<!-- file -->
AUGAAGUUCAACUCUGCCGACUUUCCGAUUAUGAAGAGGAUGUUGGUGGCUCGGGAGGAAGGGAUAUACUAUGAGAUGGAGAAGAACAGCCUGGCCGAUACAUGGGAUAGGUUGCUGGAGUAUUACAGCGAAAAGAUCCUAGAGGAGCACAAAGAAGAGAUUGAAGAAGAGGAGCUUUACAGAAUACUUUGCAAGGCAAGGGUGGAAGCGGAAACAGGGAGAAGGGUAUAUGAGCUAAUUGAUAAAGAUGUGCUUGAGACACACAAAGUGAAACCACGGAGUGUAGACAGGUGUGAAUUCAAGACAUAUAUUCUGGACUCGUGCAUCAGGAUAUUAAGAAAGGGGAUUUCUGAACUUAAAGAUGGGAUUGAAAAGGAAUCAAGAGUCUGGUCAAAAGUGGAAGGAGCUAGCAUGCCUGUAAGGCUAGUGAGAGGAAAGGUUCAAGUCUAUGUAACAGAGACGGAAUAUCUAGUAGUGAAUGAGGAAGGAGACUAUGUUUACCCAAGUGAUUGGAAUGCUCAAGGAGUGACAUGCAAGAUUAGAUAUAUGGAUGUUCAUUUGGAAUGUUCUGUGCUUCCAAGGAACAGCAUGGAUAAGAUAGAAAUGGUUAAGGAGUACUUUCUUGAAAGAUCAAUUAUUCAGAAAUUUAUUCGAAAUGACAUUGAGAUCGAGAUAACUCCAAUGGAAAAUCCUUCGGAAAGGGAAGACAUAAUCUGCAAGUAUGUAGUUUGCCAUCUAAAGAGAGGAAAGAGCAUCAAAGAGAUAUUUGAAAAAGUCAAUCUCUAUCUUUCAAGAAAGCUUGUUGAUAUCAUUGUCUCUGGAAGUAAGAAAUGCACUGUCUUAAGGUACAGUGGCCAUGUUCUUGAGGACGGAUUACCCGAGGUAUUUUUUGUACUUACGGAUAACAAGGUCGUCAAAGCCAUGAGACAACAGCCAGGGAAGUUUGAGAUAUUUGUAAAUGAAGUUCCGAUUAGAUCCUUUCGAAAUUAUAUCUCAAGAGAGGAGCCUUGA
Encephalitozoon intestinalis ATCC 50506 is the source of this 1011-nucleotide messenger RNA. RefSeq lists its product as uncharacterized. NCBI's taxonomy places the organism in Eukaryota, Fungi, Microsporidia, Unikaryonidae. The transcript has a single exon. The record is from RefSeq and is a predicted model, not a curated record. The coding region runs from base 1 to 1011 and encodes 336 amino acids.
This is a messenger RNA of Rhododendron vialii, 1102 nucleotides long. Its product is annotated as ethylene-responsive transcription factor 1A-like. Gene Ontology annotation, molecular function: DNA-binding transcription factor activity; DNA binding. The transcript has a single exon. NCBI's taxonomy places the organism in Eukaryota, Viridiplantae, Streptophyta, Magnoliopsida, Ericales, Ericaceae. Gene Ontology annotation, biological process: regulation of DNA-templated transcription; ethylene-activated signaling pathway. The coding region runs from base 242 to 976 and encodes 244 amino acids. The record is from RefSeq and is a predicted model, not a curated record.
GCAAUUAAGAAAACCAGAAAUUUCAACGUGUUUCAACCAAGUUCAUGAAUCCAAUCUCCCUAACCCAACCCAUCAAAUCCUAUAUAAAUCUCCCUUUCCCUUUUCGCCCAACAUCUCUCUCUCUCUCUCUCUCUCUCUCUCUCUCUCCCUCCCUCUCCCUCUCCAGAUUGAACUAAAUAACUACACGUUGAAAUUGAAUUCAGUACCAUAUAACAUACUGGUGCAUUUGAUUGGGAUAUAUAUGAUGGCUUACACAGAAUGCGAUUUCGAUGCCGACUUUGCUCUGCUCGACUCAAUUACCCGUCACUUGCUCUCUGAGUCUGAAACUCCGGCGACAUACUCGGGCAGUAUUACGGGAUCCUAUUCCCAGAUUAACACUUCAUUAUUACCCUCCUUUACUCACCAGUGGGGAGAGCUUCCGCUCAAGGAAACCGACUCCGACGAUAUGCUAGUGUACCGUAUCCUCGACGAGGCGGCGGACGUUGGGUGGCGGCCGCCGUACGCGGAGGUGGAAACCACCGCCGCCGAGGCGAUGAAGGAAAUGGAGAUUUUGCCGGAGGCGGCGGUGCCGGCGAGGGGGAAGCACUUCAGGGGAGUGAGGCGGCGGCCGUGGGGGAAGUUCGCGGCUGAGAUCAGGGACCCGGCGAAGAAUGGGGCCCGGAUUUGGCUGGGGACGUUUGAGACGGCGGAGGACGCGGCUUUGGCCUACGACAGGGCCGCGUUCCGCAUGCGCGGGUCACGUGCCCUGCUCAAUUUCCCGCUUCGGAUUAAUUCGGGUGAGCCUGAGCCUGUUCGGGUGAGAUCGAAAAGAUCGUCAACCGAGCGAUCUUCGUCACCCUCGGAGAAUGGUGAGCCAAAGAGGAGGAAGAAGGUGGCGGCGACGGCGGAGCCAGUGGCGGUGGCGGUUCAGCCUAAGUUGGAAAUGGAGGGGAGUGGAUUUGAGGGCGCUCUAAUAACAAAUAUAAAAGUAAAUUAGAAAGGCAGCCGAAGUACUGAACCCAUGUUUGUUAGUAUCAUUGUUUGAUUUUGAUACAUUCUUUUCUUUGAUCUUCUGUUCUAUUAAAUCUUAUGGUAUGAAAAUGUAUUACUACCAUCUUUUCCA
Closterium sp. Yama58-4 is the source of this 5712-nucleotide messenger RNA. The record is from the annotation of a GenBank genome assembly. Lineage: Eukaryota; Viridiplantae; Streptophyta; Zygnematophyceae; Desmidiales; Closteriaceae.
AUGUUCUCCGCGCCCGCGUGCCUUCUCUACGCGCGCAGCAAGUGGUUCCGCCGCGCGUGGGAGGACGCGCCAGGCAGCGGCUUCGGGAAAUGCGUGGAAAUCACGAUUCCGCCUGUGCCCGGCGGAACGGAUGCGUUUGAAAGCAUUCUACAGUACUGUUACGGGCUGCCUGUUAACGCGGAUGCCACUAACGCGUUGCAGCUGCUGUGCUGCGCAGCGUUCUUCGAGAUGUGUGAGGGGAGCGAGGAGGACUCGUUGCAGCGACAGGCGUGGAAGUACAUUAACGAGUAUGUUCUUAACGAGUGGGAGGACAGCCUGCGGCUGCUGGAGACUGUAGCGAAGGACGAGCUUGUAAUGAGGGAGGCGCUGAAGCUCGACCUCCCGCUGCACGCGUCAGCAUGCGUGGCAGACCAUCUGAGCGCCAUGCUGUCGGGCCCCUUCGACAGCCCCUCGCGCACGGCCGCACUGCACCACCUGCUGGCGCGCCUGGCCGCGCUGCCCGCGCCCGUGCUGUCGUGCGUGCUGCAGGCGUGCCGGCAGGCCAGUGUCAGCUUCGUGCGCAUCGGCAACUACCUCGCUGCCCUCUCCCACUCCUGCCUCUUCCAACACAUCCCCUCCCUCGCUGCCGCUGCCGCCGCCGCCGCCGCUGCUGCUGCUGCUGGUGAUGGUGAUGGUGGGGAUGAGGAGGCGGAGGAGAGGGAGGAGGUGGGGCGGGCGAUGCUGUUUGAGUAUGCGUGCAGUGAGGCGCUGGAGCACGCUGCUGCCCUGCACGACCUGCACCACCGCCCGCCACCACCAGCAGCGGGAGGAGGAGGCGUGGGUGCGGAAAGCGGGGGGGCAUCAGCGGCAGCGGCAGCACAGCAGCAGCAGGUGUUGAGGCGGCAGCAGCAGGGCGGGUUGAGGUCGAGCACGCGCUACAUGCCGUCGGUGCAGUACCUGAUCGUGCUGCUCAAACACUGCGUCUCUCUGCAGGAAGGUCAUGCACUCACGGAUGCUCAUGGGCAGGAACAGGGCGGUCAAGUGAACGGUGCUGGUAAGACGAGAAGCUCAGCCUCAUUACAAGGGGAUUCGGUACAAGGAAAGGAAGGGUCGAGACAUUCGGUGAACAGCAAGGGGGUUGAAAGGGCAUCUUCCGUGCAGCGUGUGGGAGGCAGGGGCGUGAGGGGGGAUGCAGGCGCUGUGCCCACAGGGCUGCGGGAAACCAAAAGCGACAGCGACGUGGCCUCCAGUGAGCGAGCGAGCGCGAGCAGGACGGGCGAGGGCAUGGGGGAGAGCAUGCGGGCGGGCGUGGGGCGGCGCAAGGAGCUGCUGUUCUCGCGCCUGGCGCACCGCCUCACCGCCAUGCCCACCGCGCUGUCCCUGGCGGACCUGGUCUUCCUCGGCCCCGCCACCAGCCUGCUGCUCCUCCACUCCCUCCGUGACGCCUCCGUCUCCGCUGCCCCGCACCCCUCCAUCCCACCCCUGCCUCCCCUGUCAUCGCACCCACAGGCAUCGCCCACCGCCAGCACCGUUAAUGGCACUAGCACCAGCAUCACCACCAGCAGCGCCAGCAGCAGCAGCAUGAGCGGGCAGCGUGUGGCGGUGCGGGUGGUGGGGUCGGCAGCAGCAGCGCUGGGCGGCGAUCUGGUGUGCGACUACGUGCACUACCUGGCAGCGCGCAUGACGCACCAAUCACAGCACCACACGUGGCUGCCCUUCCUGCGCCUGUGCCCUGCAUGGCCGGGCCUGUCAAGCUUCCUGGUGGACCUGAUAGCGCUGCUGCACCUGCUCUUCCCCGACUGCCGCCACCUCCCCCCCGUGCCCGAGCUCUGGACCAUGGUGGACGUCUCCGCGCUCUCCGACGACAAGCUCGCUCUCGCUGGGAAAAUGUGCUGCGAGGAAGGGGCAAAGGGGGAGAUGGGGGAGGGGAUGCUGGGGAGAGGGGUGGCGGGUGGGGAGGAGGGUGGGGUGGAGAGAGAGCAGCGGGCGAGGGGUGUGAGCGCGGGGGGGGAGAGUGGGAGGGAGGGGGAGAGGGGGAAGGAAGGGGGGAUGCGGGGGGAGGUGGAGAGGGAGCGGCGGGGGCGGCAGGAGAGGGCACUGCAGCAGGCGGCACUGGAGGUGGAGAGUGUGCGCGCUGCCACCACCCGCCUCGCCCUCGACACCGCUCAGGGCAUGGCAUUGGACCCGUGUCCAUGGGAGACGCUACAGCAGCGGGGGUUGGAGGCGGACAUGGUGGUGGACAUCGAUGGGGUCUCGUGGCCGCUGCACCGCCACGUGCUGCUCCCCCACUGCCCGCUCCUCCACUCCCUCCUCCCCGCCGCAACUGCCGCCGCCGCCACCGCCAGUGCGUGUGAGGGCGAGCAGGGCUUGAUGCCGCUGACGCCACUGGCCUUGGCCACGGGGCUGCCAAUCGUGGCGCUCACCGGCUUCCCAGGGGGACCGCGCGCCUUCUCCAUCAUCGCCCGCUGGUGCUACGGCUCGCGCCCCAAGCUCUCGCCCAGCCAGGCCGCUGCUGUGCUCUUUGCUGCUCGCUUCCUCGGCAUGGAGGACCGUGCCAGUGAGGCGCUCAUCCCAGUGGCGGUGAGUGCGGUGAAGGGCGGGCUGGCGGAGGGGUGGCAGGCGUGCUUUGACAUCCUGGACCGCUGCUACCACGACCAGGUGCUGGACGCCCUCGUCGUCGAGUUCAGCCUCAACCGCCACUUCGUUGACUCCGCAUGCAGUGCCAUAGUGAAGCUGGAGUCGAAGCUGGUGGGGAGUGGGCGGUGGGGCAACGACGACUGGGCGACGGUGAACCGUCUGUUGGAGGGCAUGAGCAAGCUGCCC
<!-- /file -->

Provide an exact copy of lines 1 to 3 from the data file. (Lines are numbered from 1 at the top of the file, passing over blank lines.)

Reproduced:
AUGAAGUUCAACUCUGCCGACUUUCCGAUUAUGAAGAGGAUGUUGGUGGCUCGGGAGGAAGGGAUAUACUAUGAGAUGGAGAAGAACAGCCUGGCCGAUACAUGGGAUAGGUUGCUGGAGUAUUACAGCGAAAAGAUCCUAGAGGAGCACAAAGAAGAGAUUGAAGAAGAGGAGCUUUACAGAAUACUUUGCAAGGCAAGGGUGGAAGCGGAAACAGGGAGAAGGGUAUAUGAGCUAAUUGAUAAAGAUGUGCUUGAGACACACAAAGUGAAACCACGGAGUGUAGACAGGUGUGAAUUCAAGACAUAUAUUCUGGACUCGUGCAUCAGGAUAUUAAGAAAGGGGAUUUCUGAACUUAAAGAUGGGAUUGAAAAGGAAUCAAGAGUCUGGUCAAAAGUGGAAGGAGCUAGCAUGCCUGUAAGGCUAGUGAGAGGAAAGGUUCAAGUCUAUGUAACAGAGACGGAAUAUCUAGUAGUGAAUGAGGAAGGAGACUAUGUUUACCCAAGUGAUUGGAAUGCUCAAGGAGUGACAUGCAAGAUUAGAUAUAUGGAUGUUCAUUUGGAAUGUUCUGUGCUUCCAAGGAACAGCAUGGAUAAGAUAGAAAUGGUUAAGGAGUACUUUCUUGAAAGAUCAAUUAUUCAGAAAUUUAUUCGAAAUGACAUUGAGAUCGAGAUAACUCCAAUGGAAAAUCCUUCGGAAAGGGAAGACAUAAUCUGCAAGUAUGUAGUUUGCCAUCUAAAGAGAGGAAAGAGCAUCAAAGAGAUAUUUGAAAAAGUCAAUCUCUAUCUUUCAAGAAAGCUUGUUGAUAUCAUUGUCUCUGGAAGUAAGAAAUGCACUGUCUUAAGGUACAGUGGCCAUGUUCUUGAGGACGGAUUACCCGAGGUAUUUUUUGUACUUACGGAUAACAAGGUCGUCAAAGCCAUGAGACAACAGCCAGGGAAGUUUGAGAUAUUUGUAAAUGAAGUUCCGAUUAGAUCCUUUCGAAAUUAUAUCUCAAGAGAGGAGCCUUGA
Encephalitozoon intestinalis ATCC 50506 is the source of this 1011-nucleotide messenger RNA. RefSeq lists its product as uncharacterized. NCBI's taxonomy places the organism in Eukaryota, Fungi, Microsporidia, Unikaryonidae. The transcript has a single exon. The record is from RefSeq and is a predicted model, not a curated record. The coding region runs from base 1 to 1011 and encodes 336 amino acids.
This is a messenger RNA of Rhododendron vialii, 1102 nucleotides long. Its product is annotated as ethylene-responsive transcription factor 1A-like. Gene Ontology annotation, molecular function: DNA-binding transcription factor activity; DNA binding. The transcript has a single exon. NCBI's taxonomy places the organism in Eukaryota, Viridiplantae, Streptophyta, Magnoliopsida, Ericales, Ericaceae. Gene Ontology annotation, biological process: regulation of DNA-templated transcription; ethylene-activated signaling pathway. The coding region runs from base 242 to 976 and encodes 244 amino acids. The record is from RefSeq and is a predicted model, not a curated record.